Weeping willow is probably the most well known of the weeping trees. It is great for use as a focal point and in areas that are moist. They love water, so do not plant them near sewer or water lines, or there may be problems.
The botanical name for this tree is Salix babylonica. The Salix genus is part of the Salicaceae (willow) family.
This species is the weeping willow.
Preferred USDA Hardiness Zones:
You can plant Salix babylonica in Zones 4-9a. Make sure to choose a variety that will work in your zone. If you are able to keep it well watered, it can also be grown in Zone 10.
Size & Shape of the Weeping Willow:
The weeping willow grows to a height and width of 35-50' on average, with a weeping shape.
Weeping willow should be grown in full sun.
The leaves of Salix babylonica are 3-6" long and lance shaped. They turn yellow in the fall before dropping.
The yellow catkins appear in spring. They are unconspicuous. The weeping willow tree is dioecious.
The fruit is a 1/2" brown capsule.
Additional Weeping Willow Facts:
The willow tree produces salicylic acid, which was the model for our modern aspirin.
Weeping Willow Design Tips:
Weeping willow trees work well in areas that are naturally quite moist.
Since they love water, Salix babylonica should not be planted near sewer or water lines, or septic tanks, as they will naturally grow towards them and potentially break them.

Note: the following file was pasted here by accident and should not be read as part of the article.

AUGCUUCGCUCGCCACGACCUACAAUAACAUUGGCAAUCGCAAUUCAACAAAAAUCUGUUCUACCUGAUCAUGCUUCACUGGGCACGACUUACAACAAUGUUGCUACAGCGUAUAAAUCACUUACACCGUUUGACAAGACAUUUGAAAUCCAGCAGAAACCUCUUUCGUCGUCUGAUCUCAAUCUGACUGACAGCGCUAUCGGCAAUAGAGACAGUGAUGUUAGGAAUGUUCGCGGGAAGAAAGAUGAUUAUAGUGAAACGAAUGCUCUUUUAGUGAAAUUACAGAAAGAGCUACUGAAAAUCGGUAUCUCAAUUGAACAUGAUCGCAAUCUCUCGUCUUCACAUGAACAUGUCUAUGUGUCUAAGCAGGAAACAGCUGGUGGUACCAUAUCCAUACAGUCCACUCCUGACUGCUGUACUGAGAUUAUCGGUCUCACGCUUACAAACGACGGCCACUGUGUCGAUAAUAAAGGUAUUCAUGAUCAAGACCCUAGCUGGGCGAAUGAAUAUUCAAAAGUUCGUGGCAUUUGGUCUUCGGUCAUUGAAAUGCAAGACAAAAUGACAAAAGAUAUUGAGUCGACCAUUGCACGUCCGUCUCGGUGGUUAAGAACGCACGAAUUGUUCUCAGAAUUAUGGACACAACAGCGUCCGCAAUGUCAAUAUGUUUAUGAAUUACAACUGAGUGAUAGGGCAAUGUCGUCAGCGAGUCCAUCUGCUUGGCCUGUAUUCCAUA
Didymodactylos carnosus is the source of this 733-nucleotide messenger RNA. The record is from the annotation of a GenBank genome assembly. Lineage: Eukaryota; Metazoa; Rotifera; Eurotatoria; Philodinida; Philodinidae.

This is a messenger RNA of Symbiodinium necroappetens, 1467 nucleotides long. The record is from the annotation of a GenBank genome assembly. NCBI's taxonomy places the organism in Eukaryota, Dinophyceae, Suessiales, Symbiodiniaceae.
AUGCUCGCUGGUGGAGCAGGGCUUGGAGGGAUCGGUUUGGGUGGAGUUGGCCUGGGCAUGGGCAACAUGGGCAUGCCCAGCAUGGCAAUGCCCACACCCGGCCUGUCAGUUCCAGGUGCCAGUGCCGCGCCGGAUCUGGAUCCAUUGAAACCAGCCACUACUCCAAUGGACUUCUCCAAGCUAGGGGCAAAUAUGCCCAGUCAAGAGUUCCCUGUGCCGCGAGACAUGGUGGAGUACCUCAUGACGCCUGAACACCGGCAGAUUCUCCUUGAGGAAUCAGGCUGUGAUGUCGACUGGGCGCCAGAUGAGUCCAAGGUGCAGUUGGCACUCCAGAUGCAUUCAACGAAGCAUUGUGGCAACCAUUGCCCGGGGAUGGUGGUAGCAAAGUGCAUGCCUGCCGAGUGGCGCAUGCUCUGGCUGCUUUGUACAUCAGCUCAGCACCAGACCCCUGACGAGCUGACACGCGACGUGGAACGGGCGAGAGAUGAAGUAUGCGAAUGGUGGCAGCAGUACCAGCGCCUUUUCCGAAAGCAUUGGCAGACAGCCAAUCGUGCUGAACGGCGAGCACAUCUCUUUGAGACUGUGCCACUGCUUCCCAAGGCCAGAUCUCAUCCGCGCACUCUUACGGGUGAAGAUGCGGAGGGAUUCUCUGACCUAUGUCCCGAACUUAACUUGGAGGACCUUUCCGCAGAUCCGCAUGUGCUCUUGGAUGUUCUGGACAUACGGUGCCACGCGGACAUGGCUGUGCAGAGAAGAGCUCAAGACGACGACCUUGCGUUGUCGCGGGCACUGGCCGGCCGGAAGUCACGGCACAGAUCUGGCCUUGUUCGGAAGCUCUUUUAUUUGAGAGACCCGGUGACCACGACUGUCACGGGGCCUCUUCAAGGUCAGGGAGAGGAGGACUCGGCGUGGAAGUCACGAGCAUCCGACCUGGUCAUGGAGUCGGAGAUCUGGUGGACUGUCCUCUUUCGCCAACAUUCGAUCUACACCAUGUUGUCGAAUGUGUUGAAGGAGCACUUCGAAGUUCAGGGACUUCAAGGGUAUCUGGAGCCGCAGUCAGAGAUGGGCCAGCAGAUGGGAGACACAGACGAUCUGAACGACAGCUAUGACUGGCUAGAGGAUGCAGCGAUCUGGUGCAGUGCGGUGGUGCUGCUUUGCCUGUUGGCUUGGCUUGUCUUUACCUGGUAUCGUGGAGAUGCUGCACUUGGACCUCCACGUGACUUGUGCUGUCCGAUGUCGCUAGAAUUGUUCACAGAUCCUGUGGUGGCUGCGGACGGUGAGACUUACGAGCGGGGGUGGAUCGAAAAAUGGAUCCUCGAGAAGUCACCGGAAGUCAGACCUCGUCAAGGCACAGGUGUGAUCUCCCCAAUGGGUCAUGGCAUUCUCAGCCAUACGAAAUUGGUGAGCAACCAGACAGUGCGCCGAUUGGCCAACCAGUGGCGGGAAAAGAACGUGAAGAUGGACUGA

Weeping willow trees do tend to shed a lot of leaves and twigs, and the tree is brittle.
The bark is reddish brown during the winter.
Plan on the weeping willow as a relatively short term tree - they live, on average, for about 30 years.
Weeping Willow Growing Tips:
The weeping willow grows best in moist soil that is well-draining. It is salt tolerant, and tolerant of a wide variety of soils and pHs.
Propagation of Salix babylonica is through cuttings.
While the tree is young, prune it so that there is only one central leader. It should also be trained to have wide branch crotches to help prevent breakage.
Pests & Diseases of the Weeping Willow:
Common pests include the gypsy moth, caterpillars, scales, aphids, and borers.
Weeping willow may be affected by willow scab, crown gall, willow blight, black canker, fungi, cankers, leaf spot, tar spot, powdery mildew, rust and root rot.